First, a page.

Why We Need Your Financial Support?
GIDE's work on impact evaluation to improve lives continues to be inspired by the following challenges, benefits as well as past and recent developments in Evidence based Practice (EBP):
1. Despite some achievements made through EBP, most programs or policies outside medicine are still implemented with little attention to evidence, costing billions of dollars yet failing to address critical socioeconomic problems. Ironically, poverty for instance is on the rise in Africa which remains the poorest continent on earth with the most vulnerable populations despite an estimated $600 billion aid funds spent over the past 40 years! Evidence remains underused and sometimes unknown among potential users in African countries. This is partly because there is little or no policy-ready evidence that decision makers can access for interventions in development, and partly because there is hardly any existence of local institutions which undertake SRs. And, capacity gaps exist in promoting, using, disseminating evidence from impacts of development policies and practices.
2. Evaluations investigating the effects of specific interventions through EBP in healthcare have greatly increased as a means of ensuring that decisions and choices are informed by SRs. As a result, public policies based on scientifically-rigorous evidence have produced amazing advances in health over the past 30 years. No wonder, evidence-based decision is increasingly used in other sectors such as education, nutrition, logistics, etc. Relief and emergency agencies such as the Red Cross also over the past decade have turned to SRs. Moreover, SRs are now being promoted as capable of strengthening evidence-based policy-making by major development institutions like the UK Department for International Affairs (DFID), International Development Research Centre (IDRC), AusAID, International Initiative for Impact Evaluation (3ie), Economic and Social Research Council (ESRC) and the World Bank.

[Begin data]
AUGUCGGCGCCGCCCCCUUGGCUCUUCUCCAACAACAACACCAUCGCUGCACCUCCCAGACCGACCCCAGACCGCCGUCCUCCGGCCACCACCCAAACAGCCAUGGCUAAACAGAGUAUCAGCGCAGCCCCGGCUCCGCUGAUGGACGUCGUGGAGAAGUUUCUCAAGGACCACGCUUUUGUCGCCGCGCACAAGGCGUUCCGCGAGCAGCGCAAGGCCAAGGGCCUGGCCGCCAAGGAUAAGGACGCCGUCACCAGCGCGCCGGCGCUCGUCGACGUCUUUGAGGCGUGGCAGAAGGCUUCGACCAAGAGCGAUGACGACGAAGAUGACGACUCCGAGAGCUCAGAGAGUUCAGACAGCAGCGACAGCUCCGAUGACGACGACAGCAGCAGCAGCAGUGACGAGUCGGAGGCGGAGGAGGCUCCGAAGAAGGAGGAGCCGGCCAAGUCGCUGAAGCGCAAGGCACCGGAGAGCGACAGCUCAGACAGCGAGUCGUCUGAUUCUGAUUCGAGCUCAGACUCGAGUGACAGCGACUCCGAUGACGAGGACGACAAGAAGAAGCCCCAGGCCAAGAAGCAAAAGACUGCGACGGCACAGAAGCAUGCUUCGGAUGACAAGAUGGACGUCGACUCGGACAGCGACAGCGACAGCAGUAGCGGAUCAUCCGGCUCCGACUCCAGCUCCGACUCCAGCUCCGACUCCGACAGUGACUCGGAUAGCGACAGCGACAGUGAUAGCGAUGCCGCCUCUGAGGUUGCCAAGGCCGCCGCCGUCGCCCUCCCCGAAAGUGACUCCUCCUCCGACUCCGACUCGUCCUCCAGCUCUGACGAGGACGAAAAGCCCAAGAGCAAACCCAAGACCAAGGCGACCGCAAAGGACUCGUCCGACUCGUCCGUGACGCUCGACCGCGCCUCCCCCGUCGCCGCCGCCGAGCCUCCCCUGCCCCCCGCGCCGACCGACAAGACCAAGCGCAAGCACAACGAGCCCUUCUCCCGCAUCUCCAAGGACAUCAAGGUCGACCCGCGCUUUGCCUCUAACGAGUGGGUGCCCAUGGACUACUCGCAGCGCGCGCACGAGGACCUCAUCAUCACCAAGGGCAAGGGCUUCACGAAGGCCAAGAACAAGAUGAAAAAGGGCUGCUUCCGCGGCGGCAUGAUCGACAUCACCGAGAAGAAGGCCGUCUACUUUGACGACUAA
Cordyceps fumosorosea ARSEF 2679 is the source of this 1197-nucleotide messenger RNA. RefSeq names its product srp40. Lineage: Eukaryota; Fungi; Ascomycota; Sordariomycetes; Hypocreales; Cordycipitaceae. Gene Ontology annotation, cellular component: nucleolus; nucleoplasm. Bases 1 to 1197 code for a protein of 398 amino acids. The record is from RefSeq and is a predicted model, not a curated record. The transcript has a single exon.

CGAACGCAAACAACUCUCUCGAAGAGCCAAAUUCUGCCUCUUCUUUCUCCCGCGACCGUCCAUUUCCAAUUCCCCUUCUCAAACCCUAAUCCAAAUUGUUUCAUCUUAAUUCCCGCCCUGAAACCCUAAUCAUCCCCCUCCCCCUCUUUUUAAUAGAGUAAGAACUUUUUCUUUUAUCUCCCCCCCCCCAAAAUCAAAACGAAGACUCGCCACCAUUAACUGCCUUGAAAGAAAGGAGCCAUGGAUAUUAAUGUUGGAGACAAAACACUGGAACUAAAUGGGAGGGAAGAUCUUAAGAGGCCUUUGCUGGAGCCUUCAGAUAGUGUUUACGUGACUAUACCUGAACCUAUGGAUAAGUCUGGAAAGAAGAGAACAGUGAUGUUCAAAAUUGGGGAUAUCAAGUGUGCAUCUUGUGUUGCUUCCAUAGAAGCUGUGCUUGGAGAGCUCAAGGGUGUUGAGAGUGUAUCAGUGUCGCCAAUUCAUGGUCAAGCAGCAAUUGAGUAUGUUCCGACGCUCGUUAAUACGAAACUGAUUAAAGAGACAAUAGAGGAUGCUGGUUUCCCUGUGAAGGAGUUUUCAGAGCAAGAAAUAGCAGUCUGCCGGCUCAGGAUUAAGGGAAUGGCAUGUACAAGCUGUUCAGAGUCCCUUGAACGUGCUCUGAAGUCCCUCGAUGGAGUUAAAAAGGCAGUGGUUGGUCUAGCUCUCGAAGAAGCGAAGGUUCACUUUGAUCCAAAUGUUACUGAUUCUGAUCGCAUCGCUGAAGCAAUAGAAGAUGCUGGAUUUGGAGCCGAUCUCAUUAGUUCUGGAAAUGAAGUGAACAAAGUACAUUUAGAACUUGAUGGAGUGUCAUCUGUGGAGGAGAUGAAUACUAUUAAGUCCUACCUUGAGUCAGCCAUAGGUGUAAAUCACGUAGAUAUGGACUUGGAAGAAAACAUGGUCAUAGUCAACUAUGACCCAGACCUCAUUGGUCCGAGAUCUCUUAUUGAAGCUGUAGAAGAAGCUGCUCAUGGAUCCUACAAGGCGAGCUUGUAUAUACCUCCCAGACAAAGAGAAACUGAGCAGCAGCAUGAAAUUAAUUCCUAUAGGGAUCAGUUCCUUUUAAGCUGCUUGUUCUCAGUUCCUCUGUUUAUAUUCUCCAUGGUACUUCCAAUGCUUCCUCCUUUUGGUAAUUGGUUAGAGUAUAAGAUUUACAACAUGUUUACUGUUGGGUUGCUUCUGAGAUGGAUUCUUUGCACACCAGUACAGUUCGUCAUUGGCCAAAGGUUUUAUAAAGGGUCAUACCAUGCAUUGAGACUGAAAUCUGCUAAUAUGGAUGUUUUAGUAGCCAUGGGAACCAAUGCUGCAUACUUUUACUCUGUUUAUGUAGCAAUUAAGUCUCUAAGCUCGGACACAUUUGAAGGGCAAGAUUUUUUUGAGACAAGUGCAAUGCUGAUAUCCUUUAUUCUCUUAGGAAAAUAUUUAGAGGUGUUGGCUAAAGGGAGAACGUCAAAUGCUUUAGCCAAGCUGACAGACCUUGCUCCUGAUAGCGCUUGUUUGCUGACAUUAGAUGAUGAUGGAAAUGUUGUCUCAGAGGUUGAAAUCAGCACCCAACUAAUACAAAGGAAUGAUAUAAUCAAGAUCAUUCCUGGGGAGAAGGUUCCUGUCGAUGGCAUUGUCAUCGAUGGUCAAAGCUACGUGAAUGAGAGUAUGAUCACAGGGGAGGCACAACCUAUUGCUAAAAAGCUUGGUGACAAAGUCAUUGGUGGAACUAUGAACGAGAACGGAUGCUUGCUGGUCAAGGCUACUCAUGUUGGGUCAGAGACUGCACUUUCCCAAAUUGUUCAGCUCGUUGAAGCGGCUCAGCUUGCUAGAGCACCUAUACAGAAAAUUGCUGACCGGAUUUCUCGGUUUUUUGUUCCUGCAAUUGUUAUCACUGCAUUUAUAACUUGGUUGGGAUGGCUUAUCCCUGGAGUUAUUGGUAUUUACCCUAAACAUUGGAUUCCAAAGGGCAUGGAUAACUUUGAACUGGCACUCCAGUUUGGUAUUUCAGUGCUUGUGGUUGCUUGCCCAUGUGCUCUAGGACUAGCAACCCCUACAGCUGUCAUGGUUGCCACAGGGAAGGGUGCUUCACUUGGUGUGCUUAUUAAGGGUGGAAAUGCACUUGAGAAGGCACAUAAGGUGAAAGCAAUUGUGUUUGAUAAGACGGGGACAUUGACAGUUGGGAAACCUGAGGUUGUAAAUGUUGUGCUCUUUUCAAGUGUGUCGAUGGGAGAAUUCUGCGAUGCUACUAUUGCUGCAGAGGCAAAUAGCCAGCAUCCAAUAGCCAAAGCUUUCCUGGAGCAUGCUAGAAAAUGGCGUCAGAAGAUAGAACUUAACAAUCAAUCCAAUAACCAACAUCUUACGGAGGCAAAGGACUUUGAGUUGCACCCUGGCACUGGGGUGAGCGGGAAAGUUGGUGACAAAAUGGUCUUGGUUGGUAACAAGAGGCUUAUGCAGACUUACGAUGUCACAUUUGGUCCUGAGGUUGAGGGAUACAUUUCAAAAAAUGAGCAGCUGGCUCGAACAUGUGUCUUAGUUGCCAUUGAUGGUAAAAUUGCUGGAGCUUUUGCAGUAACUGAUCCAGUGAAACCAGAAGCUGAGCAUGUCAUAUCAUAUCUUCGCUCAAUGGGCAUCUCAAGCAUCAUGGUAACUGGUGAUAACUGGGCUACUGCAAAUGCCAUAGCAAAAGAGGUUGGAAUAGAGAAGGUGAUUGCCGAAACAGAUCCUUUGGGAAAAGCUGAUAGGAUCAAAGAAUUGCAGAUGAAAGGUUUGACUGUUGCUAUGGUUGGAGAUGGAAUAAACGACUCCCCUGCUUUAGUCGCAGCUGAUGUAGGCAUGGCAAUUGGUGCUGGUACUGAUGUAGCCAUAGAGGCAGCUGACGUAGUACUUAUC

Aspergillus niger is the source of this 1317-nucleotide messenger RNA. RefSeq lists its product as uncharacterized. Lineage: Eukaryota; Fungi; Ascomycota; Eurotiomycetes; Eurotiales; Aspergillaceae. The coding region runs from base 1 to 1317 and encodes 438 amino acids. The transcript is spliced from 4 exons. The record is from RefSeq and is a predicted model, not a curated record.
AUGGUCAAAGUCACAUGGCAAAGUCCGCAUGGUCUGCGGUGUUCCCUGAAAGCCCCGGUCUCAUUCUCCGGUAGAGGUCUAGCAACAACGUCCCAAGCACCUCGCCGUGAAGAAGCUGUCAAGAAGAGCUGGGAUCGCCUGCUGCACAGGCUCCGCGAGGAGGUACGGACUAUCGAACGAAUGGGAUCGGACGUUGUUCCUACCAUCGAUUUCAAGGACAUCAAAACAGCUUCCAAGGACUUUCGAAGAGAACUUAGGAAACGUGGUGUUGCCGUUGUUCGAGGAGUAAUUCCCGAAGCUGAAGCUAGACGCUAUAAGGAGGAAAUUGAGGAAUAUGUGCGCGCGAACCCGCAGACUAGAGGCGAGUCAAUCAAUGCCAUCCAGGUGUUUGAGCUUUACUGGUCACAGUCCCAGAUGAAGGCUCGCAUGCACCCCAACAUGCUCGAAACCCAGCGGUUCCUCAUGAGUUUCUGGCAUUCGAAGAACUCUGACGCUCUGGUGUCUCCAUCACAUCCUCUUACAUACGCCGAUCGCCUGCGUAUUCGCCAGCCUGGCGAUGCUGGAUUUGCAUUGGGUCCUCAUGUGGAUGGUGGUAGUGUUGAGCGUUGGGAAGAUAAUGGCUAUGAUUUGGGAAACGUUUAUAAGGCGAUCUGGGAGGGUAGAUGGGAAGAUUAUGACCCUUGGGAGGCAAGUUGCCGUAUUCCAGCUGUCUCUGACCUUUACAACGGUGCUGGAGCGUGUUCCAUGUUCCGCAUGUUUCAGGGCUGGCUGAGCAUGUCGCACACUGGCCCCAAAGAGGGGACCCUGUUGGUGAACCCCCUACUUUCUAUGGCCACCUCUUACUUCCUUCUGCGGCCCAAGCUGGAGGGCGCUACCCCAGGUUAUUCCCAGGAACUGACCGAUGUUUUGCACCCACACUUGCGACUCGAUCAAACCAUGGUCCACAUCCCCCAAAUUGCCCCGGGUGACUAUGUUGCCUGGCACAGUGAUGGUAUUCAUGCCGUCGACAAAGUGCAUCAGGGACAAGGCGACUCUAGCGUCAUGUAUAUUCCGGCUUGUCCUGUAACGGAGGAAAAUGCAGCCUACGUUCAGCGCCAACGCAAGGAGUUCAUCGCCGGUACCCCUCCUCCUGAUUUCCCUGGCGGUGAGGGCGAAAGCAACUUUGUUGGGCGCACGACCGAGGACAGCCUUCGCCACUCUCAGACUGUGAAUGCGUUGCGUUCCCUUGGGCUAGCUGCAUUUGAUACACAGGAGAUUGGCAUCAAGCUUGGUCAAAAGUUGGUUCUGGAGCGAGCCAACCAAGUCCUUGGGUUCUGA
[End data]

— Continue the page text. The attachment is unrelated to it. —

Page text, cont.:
3. A growing number of governments in low income countries are trying to improve their performance so they can operate more efficiently and provide better services to their people. Governments, international agencies and civil society organizations (CSOs) need to know how policies and programs shape the lives of people today and in future generations. And, citizen demands for evidence and greater accountability from governments are growing world-wide. Importantly, it is now widely acknowledged that national development policies and programs should be informed by evidence generated by country-led monitoring and evaluation systems, rather than donor-led ones or based on opinion, while ensuring policy coherence at regional and global level.